In recent weeks the economic news has been good. Specifically, the Census Bureau reported an across-the-board gain to household incomes last year. The Bureau of Labor Statistics reported that most states — including Minnesota — ended the summer with modest job growth.
Thanks to the combination of improved household finances and ample credit card offerings by lenders, consumers are using their credit cards more. American consumers took on a record-setting $34.4 billion in credit card debt in the second quarter. The personal finance website WalletHub projects consumers will end 2016 with a net increase of $80 billion in credit card debt. If the forecast hits the mark, total outstanding credit card balances would rise above $1 trillion with an average household balance of $8,500.
In other words, now is a good time to see if your credit card debt is creeping up. According to the Federal Reserve Board, the average credit card interest rate is 12.16 percent. Paying off credit card debt carrying that rate is the equivalent of earning 12.16 percent return on investment.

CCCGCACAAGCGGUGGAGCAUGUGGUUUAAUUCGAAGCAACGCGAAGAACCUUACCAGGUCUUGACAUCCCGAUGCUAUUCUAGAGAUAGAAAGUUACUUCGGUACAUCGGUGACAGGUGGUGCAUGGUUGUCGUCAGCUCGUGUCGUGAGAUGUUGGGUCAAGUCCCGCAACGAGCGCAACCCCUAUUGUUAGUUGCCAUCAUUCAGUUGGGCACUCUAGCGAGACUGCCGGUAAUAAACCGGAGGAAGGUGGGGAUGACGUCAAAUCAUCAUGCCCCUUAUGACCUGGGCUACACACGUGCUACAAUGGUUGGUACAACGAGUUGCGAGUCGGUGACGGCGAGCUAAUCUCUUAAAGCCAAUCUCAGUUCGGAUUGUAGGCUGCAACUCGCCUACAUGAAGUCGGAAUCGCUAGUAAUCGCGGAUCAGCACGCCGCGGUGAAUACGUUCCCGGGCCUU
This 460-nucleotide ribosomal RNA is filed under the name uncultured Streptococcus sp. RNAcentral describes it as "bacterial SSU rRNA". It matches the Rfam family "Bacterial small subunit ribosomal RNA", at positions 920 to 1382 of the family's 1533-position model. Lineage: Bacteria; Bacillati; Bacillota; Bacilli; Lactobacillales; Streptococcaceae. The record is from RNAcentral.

What’s the best way to get out of debt? Many people can eliminate their debt with a bit of budgeting and watching their spending. But some people need to be more disciplined. If that’s you, there are two basic methods once you’ve established your budget: The debt roll-up and the snowball. Since I’m a Star Trek fan, I prefer labeling them the Spock method and the Dr. McCoy technique.
The Spock method is logical. You make a list of your credit card debts, starting with the highest interest rate debt, and work your way down to the lowest. You target your extra savings at the highest rate debt first. You only pay the monthly minimum on your remaining cards. When the highest-rate debt is paid off, repeat the process with the card with the next highest rate. You’ll pay the least amount of interest with this technique.
The Dr. McCoy technique is based on you getting a quick emotional reward for your efforts. Again, you list all your credit card debts, but this time from the smallest balance to the largest. The interest rate is irrelevant. You attack the smallest debt first, paying the minimum on the rest. When you’ve eliminated that debt, attack the remaining smallest debt. The quick win should inspire you to stick with your debt reduction plan.
I like the Spock method the most, but if the McCoy approach works better for you, embrace it. So long as you have a plan to eliminate credit card debt, you’re on the right path.
Chris Farrell is senior economics contributor, “Marketplace,” commentator, Minnesota Public Radio.